In contrast, the music on this night was fun right in the moment. It even got multi-genre, as Dwight Adams, Greg Glassman, and Theo Croker (again) formed a killer trumpet trio over electronics specialist Carl Craig’s whooshes and beeps on “Space Odyssey,” a nugget from Belgrave’s 1974 nonet date Gemini II. Joan Belgrave sang a hair-raising “You’re My Everything,” along with her late husband’s favorite Ray Charles song, “You Don’t Know Me.” (She said she was going to try not to get emotional on stage; that attempt failed—lucky for us.) Later in the evening, such luminaries as Ron Carter, Louis Hayes, and the high priestess of bop, Sheila Jordan, joined in too.
One more thing I’d be remiss not to note: the presence of the Belgraves’ son Kasan on alto saxophone. Not surprisingly, the kid’s got chops, and smarts. —MR
Harish Raghavan and Kris Davis’ Diatom Ribbons at the Sultan Room
For his set at the Sultan, double bassist Harish Raghavan brought complex music and powerful players. With Logan Richardson, alto saxophone; Morgan Guerin, EWI; Taylor Eigsti, piano; Justin Brown, drums; and Joel Ross, vibraphone, Raghavan tackled material from his recent release Calls for Action. For those unfamiliar with the new tunes, the gig could have been a guessing game, so fast and furious did the music fly. Best to hold tight and ride the waves. Introducing many songs with an acoustic bass solo, Raghavan then pushed his group forward over esoteric terrain. The musicians soared through the intricate arrangements and intertwined melodies over the dizzying, ballistic grooves of Raghavan and Brown. Even in the most maddeningly knotty material, tight melodies surfaced as hard-won kernels, which were further expanded in solo sections. Raghavan, Ross, Guerin, and Brown were especially affecting, making cogent statements, then retreating into Raghavan’s multifaceted web works.
Employing the lineup from her celebrated Diatom Ribbons album—Terri Lyne Carrington, drums; Val Jeanty, turntables; Tony Malaby, tenor saxophone; Trevor Dunn, bass; and Esperanza Spalding on vocals—pianist/composer Kris Davis played a diverse set with hands in myriad musical camps, befitting her pedigree. The ensemble reprised material from Diatom Ribbons with note-perfect accuracy, abetted by various improvisations; Malaby and Jeanty were in particularly gargantuan form throughout. The ensemble’s performance was somehow thicker, more viscous and darker overall than the record, as if they were zeroing in harder from all perspectives. The title track included the Cecil Taylor samples from the album, then rushed forward via Carrington’s hard linear drumming, Malaby’s flowing enunciations, and Davis’ equally elegant phrasing. “Golgi Complex (The Sequel)” followed suit, without Nels Cline’s acidic guitar yet given girth by Jeanty’s turntablism—including her manipulation of the oft-used (by Coldcut, for one) “This is a journey into sound” sample (from 1958’s A Journey into Stereo Sound [London]). A dexterous improv party. —KM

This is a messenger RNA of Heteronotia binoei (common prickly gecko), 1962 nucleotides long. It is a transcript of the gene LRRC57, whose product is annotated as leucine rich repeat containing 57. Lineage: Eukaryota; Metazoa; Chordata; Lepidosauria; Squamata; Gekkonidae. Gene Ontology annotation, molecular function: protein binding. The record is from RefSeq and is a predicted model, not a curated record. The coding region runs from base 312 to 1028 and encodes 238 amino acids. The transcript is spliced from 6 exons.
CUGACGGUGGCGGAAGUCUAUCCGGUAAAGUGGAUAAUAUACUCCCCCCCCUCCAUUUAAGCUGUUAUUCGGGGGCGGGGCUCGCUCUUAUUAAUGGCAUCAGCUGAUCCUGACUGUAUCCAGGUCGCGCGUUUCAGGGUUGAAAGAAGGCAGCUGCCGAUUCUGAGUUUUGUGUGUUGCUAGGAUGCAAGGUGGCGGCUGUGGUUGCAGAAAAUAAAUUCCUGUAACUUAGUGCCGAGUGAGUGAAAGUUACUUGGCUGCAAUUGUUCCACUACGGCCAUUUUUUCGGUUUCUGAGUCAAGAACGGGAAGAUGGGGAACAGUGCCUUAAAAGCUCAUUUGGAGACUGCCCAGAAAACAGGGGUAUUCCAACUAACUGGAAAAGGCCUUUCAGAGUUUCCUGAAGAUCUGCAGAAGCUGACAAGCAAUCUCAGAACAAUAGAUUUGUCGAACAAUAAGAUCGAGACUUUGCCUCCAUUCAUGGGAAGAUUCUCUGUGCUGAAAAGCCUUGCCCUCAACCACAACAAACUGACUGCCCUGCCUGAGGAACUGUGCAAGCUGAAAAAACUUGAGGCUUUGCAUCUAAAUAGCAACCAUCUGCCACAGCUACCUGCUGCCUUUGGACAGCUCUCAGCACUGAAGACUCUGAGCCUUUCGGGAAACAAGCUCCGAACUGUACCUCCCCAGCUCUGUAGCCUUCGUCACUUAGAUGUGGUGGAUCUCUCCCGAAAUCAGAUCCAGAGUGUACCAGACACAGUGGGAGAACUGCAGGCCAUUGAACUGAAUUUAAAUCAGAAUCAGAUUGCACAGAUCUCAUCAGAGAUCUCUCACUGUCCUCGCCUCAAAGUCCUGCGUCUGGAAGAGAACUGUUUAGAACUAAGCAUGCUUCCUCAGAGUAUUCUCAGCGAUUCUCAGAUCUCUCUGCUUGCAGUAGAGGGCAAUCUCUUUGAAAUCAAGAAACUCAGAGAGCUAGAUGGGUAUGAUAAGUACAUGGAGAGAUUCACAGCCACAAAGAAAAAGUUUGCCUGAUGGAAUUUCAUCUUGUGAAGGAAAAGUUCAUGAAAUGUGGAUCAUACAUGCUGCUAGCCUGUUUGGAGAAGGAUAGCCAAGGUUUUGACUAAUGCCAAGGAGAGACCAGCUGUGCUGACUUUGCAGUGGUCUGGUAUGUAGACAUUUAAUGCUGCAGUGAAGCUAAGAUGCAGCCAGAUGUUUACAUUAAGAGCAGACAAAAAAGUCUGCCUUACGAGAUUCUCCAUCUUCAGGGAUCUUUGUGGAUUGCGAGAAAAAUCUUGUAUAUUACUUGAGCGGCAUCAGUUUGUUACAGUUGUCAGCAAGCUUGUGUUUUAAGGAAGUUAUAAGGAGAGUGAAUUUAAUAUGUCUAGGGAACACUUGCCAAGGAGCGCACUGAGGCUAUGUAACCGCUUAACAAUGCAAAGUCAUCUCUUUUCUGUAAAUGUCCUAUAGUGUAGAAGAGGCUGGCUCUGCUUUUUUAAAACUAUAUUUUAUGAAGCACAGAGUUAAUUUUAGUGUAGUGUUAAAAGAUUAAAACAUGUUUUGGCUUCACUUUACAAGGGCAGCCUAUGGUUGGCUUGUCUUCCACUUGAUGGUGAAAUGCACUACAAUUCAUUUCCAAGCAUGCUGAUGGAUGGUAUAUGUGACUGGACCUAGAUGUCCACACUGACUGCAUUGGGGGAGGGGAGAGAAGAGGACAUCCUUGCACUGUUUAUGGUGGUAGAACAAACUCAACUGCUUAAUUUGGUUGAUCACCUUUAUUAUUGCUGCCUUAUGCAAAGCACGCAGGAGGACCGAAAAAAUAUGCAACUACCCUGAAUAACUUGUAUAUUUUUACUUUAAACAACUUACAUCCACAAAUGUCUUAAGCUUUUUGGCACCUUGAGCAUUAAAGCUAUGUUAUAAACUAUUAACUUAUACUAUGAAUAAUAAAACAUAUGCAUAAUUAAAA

The Eubanks Evans Experience and Artemis at Le Poisson Rouge
Eubanks is Kevin. Evans is Orrin. Their guitar/piano duo ranged from bluesy to ballady, rambunctious to lyrical. And their interplay is brotherly (must be a Philly thing). One of Eubanks’ notable traits as a player is his frequent use of a volume pedal; early in the set, as his notes faded in and out beautifully over Evans’ full-range accompaniment, the effect was almost like having a wordless singer in the room. Over time, though, all the up and down became tiresome, conjuring thoughts of a guitarist incessantly fiddling with a new toy at Christmas. Make no mistake, I’m a confirmed fan of the big swell, and I find sacred truth in the argument that electric guitar + volume pedal = new instrument. But by half an hour in, I longed to hear more pick attack.
Artemis is Renee Rosnes, Anat Cohen, Ingrid Jensen, Melissa Aldana, Noriko Ueda, and Allison Miller. At least usually; on this particular evening, Nicole Glover subbed (I presume?) for Aldana. All women, yes, but far more to the point, all monster players. Skilled composers, too, though the set really came into focus with a smart take on Monk’s “Brilliant Corners.”
Over an hour’s worth of brilliantly multifaceted music, Cohen’s infectious exuberance on clarinet, Glover’s ear-catching playing on some kind of Asian reed instrument (a hulusi, perhaps?), and the zany edge of Miller’s drumming were special standouts. One of my four favorite sets at WJF (Christian Sands, Harriet Tubman, and Theo Croker being the others), and all the more reason to look forward to Artemis’ Blue Note debut later this year. —MR